fees, and expenses associated with pollution control. Pollution prevention can also decrease worker
exposure to toxics and clean-up costs resulting from improper disposal of hazardous substances.

• Legislative Background
The 1988 Florida Legislature determined that the most efficient method to protect public health and
the environment from the improper management of hazardous waste was to reduce the volume and
toxicity of hazardous waste generated. The Pollution Prevention Program was established within
the Florida Department of Environmental Protection to reach this goal.

The Florida Pollution Prevention Act of 1991 set a statewide policy of pollution prevention and
reduction at the source. It also expanded the Department’s technical assistance, directed all state
and local agencies to pursue prevention strategies, allowed financial and proprietary data collected
during on-site technical assistance visits to be kept confidential, and created the Florida Pollution
Prevention Council. The Council met for two years and its final report contained a number of
recommendations for increasing pollution prevention in Florida.

• Pollution Prevention Program
The Pollution Prevention (P2) Program offers non-regulatory assistance to help citizens, businesses,
and industries prevent pollution at the source. Since its inception, the P2 Program has assisted over
300 Florida businesses in eliminating or reducing hazardous waste and toxic releases to Florida’s
environment. Seven Statewide P2 Engineers with extensive industrial experience assist the P2
Program staff in providing this service. Most of the program’s efforts focus on small businesses
because they have fewer resources to research and implement pollution prevention options. The
Program’s many outreach services include response to direct inquiries, participation in workshops
and trade association forums, and on-site pollution prevention assessments. Publications include a
newsletter, as well as fact sheets, and articles for trade journals.

In 1996, the P2 Program was appointed to integrate eleven pollution prevention goals outlined in the
Ecosystem Management Implementation Strategy (EMIS) into all DEP programs, and to shift
programmatic emphasis from pollution control to pollution prevention. P2 Program staff
subsequently conducted training sessions in all DEP District Offices.
Continued implementation is underway in the form of a team approach involving representatives
from all interested DEP divisions, programs and district offices. Two subteams are currently
working on products that will assist regulatory programs and district offices to integrate pollution
prevention assistance into their permitting and compliance activities. Future meetings will focus on
incorporating pollution prevention opportunities into rules and increasing P2 Projects in

Pollution prevention training is currently being provided to local governments with funds from the
USEPA 1995 Pollution Prevention Incentives for States grant. A newly formed Florida Pollution
Prevention Roundtable, coordinated by the P2 Program, is an offshoot of this training. The goals of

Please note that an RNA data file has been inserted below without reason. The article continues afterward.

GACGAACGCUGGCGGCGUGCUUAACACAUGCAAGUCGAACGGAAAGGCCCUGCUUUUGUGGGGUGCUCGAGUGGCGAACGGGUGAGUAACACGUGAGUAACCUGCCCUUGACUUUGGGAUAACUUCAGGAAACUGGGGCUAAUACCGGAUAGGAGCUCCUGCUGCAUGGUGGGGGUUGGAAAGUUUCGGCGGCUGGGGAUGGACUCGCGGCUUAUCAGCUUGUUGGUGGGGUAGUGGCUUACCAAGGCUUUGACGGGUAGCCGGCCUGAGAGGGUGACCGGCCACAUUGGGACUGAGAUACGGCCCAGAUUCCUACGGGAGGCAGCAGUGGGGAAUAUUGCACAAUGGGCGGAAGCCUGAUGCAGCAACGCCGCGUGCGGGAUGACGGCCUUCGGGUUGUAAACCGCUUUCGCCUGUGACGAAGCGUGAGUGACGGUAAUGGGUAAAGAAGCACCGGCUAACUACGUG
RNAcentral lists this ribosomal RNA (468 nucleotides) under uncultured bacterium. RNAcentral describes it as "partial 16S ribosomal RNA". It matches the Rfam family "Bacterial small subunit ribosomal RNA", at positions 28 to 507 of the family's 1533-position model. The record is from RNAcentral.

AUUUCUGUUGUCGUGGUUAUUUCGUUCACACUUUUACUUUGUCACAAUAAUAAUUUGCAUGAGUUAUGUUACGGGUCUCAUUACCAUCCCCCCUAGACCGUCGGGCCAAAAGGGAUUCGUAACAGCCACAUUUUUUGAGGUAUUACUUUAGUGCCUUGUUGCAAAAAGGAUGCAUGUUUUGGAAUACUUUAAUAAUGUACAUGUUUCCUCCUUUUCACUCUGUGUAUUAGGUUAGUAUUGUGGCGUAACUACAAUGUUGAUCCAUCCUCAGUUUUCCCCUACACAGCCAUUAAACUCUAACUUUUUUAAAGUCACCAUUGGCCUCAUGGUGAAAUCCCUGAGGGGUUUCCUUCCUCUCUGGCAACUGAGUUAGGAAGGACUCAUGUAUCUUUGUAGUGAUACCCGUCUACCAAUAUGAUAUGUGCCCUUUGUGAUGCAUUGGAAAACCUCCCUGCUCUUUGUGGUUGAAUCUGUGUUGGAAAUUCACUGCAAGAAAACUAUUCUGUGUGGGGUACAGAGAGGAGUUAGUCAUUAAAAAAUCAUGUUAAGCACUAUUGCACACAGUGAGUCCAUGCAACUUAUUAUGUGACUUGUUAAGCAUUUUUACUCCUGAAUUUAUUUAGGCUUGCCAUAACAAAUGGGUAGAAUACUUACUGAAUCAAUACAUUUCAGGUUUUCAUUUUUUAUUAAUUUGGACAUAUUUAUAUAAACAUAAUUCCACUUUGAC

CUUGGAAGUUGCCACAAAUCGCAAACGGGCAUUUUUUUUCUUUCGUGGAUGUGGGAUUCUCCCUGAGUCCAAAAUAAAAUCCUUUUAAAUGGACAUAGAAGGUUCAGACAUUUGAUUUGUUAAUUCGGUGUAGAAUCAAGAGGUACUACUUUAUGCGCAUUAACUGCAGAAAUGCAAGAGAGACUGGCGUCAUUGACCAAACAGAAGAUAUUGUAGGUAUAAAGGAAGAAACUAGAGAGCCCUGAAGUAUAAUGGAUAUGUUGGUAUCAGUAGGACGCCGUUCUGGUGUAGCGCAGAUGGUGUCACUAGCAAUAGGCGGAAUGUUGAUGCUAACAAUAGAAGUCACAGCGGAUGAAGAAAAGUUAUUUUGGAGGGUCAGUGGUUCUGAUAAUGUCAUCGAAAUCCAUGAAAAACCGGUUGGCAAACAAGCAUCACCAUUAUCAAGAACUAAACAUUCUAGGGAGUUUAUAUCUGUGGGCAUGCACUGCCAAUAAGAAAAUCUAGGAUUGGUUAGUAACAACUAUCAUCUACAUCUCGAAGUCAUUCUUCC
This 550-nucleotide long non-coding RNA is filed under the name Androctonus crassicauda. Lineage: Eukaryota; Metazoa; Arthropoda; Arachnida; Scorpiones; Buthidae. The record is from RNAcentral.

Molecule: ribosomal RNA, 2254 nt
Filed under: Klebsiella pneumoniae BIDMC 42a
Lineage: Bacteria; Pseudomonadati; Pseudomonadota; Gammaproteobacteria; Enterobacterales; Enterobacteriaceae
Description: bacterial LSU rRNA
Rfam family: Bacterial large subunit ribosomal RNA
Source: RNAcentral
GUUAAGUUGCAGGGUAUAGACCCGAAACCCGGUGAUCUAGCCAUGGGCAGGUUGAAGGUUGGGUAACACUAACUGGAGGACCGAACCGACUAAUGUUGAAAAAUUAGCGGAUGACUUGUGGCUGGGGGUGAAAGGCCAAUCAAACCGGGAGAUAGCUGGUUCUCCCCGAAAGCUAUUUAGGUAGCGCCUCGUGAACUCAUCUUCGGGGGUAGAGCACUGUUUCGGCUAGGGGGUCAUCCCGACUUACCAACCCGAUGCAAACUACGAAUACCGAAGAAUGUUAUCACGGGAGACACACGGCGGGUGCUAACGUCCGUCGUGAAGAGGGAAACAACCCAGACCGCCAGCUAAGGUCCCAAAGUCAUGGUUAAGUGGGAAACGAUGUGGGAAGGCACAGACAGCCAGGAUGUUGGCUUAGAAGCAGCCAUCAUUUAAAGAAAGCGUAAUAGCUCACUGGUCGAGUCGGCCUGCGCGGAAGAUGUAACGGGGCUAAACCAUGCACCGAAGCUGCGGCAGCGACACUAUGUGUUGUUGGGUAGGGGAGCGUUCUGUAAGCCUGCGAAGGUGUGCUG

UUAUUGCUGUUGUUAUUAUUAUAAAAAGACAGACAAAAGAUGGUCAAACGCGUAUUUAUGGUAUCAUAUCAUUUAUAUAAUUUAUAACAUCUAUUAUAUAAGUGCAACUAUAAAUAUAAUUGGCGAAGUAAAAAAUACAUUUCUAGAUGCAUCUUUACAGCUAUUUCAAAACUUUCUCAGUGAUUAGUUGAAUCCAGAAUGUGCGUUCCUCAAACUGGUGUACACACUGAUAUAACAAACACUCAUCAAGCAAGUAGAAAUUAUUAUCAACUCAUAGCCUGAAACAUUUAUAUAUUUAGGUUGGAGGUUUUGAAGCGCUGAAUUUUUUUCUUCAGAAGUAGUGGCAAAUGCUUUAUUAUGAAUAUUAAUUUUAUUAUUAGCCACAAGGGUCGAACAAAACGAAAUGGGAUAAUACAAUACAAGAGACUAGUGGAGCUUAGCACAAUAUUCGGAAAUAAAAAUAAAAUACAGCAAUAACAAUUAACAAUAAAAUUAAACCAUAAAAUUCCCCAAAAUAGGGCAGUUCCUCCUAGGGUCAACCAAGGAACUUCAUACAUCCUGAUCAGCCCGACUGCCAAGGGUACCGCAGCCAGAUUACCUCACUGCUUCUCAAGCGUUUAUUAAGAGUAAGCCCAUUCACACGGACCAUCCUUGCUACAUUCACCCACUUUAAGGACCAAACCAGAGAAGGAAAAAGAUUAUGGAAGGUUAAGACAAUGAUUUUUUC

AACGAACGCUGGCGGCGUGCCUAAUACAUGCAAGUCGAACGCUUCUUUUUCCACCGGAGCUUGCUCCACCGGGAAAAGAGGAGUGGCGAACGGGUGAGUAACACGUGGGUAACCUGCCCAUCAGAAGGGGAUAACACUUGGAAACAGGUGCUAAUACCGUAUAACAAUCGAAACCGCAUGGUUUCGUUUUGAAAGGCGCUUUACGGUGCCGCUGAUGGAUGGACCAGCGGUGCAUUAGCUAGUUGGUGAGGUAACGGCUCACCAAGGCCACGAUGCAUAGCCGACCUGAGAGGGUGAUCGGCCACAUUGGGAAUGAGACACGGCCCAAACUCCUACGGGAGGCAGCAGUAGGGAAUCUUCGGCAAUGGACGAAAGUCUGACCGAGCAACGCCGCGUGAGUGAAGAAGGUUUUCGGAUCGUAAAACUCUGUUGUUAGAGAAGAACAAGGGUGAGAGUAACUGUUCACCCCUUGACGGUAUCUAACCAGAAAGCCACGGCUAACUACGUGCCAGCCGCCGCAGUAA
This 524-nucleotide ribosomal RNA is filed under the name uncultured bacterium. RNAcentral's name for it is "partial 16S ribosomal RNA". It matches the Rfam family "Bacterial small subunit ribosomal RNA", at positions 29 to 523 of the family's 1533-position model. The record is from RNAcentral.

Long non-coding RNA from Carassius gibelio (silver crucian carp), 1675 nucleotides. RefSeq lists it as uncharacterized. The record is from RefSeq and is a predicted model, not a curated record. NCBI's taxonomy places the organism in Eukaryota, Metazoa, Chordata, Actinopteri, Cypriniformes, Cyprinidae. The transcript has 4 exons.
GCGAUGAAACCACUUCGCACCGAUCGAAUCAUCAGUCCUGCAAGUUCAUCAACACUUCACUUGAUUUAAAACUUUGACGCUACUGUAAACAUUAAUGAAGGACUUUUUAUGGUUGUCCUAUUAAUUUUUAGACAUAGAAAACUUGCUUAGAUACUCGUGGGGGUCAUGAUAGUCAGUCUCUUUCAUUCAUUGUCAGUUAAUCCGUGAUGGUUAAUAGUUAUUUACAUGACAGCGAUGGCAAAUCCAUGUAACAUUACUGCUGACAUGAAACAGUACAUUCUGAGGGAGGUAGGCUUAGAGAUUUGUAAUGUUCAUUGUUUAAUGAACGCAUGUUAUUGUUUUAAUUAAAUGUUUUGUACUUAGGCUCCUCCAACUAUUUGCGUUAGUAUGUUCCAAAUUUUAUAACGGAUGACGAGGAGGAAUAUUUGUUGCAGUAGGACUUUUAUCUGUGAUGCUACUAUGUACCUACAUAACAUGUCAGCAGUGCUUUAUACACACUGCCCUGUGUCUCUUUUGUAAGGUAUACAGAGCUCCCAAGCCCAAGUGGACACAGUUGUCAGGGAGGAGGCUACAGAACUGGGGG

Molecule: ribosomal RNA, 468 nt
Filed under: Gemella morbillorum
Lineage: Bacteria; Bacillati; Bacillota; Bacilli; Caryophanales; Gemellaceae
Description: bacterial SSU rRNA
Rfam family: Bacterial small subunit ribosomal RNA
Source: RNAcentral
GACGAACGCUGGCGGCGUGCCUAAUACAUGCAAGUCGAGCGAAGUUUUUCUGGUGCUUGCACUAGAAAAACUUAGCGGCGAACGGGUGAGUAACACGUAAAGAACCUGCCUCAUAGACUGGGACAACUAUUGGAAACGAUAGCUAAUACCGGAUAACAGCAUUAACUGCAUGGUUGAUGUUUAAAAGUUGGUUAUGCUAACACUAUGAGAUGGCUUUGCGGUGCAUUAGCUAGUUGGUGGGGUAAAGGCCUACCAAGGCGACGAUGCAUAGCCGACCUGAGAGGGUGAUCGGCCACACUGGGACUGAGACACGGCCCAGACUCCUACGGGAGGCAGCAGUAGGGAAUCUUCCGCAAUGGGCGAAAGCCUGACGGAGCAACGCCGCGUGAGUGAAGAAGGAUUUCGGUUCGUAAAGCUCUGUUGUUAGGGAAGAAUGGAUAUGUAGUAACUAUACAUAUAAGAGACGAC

the Roundtable are to coordinate pollution prevention efforts in the state, improve the transfer of
information, and maximize local efforts.

The P2 Program hosts an annual Statewide Pollution Prevention Conference which features
speakers from large industry, small businesses, the military and government. The theme of this
year’s June 2-5 conference is “Building Partnerships for a Green and Profitable Florida”.

Toxics in Packaging
Heavy metals such as lead, cadmium, mercury and hexavalent chromium have historically been
used in packaging and packaging components to enhance color and durability of printed surfaces.

Damage to the environment and public health can occur when packages are disposed and the heavy
metal content leaches out contaminating soils and surface and groundwaters.

Chapter 62-723, F.A.C. was promulgated with the intent to prevent and minimize hazards to the
public and the environment by reducing the use of heavy metals in packaging in accordance with
Section 403.7191, Florida Statutes. Additionally, the rule was written such that it is not to impede or
discourage the expanded use of recycled materials in the production of packaging and its

Legislation for this rule was passed in 1993 as Section 28 of Chapter 93-207 Laws of Florida.
Chapter 17-723, F.A.C., was adopted by the Florida Department of Environmental Protection and
became effective on July 1, 1994. This rule was repealed by the Department in 1996 and is no
longer in effect. However, the requirements of the law, Chapter 93-207 Laws of Florida, are still in
effect and being enforced by the Department.

The legislation specifies that heavy metals in packaging will be phased out over a period of 2 years.
After July 1, 1996 no package or packaging component can exceed a total combined concentration
of lead, cadmium, mercury and hexavalent chromium greater that 100 parts per million by weight
(0.01 percent). An exemption to this rule is provided for health and safety as required by Federal or
State law or where there is no feasible alternative.

Since the law was passed, several companies from outside the State of Florida have applied for and
received exemptions from the law based on health and safety considerations. These exemptions are
in effect until January 1999.